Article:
Located at the Union Square conference room (lower level)
The Sixth Workshop on RISC-V for Computer Architecture Research (CARRV) seeks original research papers on the design, implementation, verification, and security evaluation of RISC-V cores, SoCs, and accelerators. Submission of early work is encouraged. The topics of specific interest for the workshop include, but are not limited to:
Hardware Support for Managed Languages: An Old Idea Whose Time Has Finally Come?
Martin Maas (Google Research, Google Brain)
A large number of workloads are written in managed languages, including server workloads in data centers, web applications in browsers, and client workloads on desktops or mobile devices. Due to their widespread adoption, improving the performance and efficiency of managed-language features such as garbage collection, JIT compilation, and dynamic runtime checks can have a significant impact on many real workloads. Hardware support for such features has been investigated since the 1970s, but still has not seen widespread practical adoption.
In this talk, I will discuss trends that make today a great time to revisit these ideas. I will describe work done at UC Berkeley that moves garbage collection into a small hardware accelerator close to the memory controller and performs GC more efficiently than a CPU. I will also talk about current work within the open-source RISC-V project on developing standard extensions for managed-language support in the context of the free and open RISC-V ISA. Finally, I will lay out opportunities for research in this area, and how open-source infrastructure can be used to build end-to-end prototypes of this work in an academic setting.
Martin Maas is a Staff Research Scientist at Google Research and part of the Google Brain team. His research interests are in language runtimes, computer architecture, systems, and machine learning, with a focus on applying machine learning to systems problems. He also chairs the J Extension group within the RISC-V project, which investigates managed-runtime extensions. Before joining Google, Martin completed his PhD in Computer Science at the University of California at Berkeley, where he worked on hardware support for managed languages and architectural support for memory-trace obliviousness (both based on RISC-V).
9:00am - 10:30am EST - Session 1 - Platforms, Testing and Simulation
Welcome and opening remarks
Architecture and RISC-V ISA Extension Supporting Asynchronous and Flexible Parallel Far Memory Access
Songyue Wang, Luming Wang, Tianyue Lu, Mingyu Chen (Institute of Computing Technology, Chinese Academy of Sciences) [paper] [slides]
The Case for Using Guix to Enable Reproducible RISC-V Software & Hardware
Christopher Batten (Cornell University), Pjotr Prins, Efraim Flashner, Arun Isaac (The University of Tennessee Health Science Center), Jan van Nieuwenhuizen (Joy of Source), Ekaitz Zarraga (ElenQ Technologies), Tuan Ta, Austin Rovinski (Cornell University), Erik Garrison (The University of Tennessee Health Science Center) [paper]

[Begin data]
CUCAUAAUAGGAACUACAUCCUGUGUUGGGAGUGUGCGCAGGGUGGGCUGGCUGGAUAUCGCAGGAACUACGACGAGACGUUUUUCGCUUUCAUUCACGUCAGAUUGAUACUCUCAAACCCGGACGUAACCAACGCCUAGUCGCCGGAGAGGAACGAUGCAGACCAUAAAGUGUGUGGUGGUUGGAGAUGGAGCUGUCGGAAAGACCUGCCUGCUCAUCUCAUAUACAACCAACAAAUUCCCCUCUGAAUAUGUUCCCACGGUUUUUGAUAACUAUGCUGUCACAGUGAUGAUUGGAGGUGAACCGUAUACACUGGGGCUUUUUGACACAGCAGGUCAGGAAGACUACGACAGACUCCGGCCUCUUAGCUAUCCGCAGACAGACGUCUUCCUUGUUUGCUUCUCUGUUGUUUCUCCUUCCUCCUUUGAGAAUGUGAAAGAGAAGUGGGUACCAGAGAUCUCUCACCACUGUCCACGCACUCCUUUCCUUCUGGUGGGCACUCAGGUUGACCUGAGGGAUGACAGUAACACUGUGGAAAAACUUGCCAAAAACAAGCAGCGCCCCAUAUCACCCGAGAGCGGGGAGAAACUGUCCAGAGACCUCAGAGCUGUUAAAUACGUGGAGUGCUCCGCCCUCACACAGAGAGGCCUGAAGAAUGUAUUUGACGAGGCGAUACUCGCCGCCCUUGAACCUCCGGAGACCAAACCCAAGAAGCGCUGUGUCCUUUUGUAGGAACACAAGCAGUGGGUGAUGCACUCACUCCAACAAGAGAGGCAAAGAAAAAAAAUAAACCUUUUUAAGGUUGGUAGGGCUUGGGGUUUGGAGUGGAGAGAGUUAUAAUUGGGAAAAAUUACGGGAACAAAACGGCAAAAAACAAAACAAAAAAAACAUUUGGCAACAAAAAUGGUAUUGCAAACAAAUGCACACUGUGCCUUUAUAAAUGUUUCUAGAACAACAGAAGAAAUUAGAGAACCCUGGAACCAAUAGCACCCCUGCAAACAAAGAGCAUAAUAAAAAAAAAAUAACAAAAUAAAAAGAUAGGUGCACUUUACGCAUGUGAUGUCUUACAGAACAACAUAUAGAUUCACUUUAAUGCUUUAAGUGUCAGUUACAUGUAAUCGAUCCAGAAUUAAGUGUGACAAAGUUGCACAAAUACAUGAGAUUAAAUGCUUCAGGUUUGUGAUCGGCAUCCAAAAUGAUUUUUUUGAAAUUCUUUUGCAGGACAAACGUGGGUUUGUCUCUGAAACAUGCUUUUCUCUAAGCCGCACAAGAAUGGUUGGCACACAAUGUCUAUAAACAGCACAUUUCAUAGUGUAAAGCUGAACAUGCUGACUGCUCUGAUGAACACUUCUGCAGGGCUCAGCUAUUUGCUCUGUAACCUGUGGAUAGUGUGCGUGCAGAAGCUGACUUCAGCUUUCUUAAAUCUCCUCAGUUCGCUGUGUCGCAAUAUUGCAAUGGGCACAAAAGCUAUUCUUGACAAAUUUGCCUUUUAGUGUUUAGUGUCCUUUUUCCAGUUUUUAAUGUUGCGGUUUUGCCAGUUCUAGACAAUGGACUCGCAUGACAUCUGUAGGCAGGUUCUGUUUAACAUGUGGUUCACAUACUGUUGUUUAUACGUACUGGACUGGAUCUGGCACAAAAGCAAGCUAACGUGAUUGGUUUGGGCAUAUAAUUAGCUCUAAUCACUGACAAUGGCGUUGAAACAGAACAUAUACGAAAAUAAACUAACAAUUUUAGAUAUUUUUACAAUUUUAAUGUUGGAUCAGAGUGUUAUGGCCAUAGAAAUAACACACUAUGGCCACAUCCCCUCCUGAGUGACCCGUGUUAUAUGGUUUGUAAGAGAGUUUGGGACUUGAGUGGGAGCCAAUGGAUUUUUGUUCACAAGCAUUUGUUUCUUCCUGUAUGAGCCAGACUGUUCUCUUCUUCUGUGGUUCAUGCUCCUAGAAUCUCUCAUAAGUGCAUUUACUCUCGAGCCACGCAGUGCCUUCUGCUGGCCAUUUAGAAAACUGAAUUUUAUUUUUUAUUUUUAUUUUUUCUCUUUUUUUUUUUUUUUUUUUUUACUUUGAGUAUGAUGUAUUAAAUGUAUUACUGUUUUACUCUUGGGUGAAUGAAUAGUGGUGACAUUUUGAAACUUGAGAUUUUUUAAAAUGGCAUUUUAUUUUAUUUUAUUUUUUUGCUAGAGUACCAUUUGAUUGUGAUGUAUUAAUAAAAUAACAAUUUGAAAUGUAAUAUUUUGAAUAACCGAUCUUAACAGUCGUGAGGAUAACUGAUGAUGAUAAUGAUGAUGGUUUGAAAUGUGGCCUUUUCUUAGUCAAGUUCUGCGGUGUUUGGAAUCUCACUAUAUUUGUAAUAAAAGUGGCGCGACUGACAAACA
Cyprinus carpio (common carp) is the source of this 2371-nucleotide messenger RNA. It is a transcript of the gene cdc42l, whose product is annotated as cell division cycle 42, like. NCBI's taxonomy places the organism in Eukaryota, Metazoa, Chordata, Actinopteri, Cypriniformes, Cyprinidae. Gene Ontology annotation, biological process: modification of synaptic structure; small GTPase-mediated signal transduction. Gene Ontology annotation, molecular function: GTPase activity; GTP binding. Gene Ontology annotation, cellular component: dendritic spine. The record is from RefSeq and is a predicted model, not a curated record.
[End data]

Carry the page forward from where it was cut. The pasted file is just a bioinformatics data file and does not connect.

Automating Generation and Maintenance of a High-Quality Architectural Test Suite for RISC-V
S Pawan Kumar (InCore Semiconductors), Shrreya Singh (IIT Gandhinagar), Neel Gala (InCore Semiconductors), Allen Baum (Esperanto Technologies) [paper] [slides]
Enabling Heterogeneous, Multicore SoC Research with RISC-V and ESP
Joseph Zuckerman, Paolo Mantovani, Davide Giri, Luca P. Carloni (Columbia University) [paper] [slides]
Open-Source RISC-V Linux-Compatible NVMM Emulator
Yu Omori, Keiji Kimura (Waseda University) [paper]
|10:30am - 11:00am EST - Coffee Break|
11:00am - 12:00noon EST - Invited Talk
Invited Talk - Hardware Support for Managed Languages: An Old Idea Whose Time Has Finally Come?
Martin Maas (Google Research, Google Brain)
|12:00noon - 1:30am EST - Lunch|
1:30pm - 2:30pm EST - Session 2 - Security and Cryptography
AOS-RISC-V: Towards Always-On Heap Memory Safety
Yonghae Kim, Anurag Kar, Siddant Singh, Ammar A. Ratnani (Georgia Tech), Jaekyu Lee (Arm Research, Intel), Hyesoon Kim (Georgia Tech) [paper] [slides]
Protection and Relocation Extension for RISC-V
Maja Malenko, Leandro Batista Ribeiro, Marcel Baunach (Graz University of Technology) [paper]
HYDRA: A Multi-core RISC-V with Cryptographically Useful Modes of Operation
Ben Marshall (PQShield), Dan Page, Thinh Pham, Max Whale (University of Bristol) [paper] [slides]
|2:30pm - 3:30pm EST - Coffee Break|
3:30pm - 4:30pm EST - Session 3 - Acceleration and Extensions
RISC-V Instruction Set Extension for Graph Applications
Mehmetali Semi Yenimol, Gülce Pulat, Ozcan Ozturk (Bilkent University) [paper]
Shared Vector Register of RISC-V for the Future Hardware Acceleration
Tomoaki Tanaka, Ryosuke Higashi, Hidetaro Tanaka (Tokyo University of Agriculture and Technology), Takefumi Miyoshi (WasaLabo, LLC.), Yasunori Osana (University of the Ryukyus), Jubee Tada (Graduate School of Science and Engineering, Yamagata University), Kiyofumi Tanaka (Japan Advanced Institute of Science and Technology), Hironori Nakajo (Tokyo University of Agriculture and Technology) [paper]
Implementing Hardware Extensions for Multicore RISC-V GPUs
Tine Blaise, Hyesoon Kim (Georgia Institute of Technology) [paper]
The ISCA 2022 conference organizers have informed us that ISCA 2022, and the workshops and tutorials, will take place in-person this year.
All papers should be submitted electronically to HotCRP. Submissions in PDF format must be limited to 6 pages including figures and tables, plus as many pages as needed for references. Papers must be in PDF format and the submission should be anonymous.
Papers must be formatted in accordance to the ACM two column style. ACM Word or LaTeX style templates are available here.
Note: Workshop publications do not preclude publishing at future conference venues.
All questions about submissions can be emailed to: schirice at ieee dot org.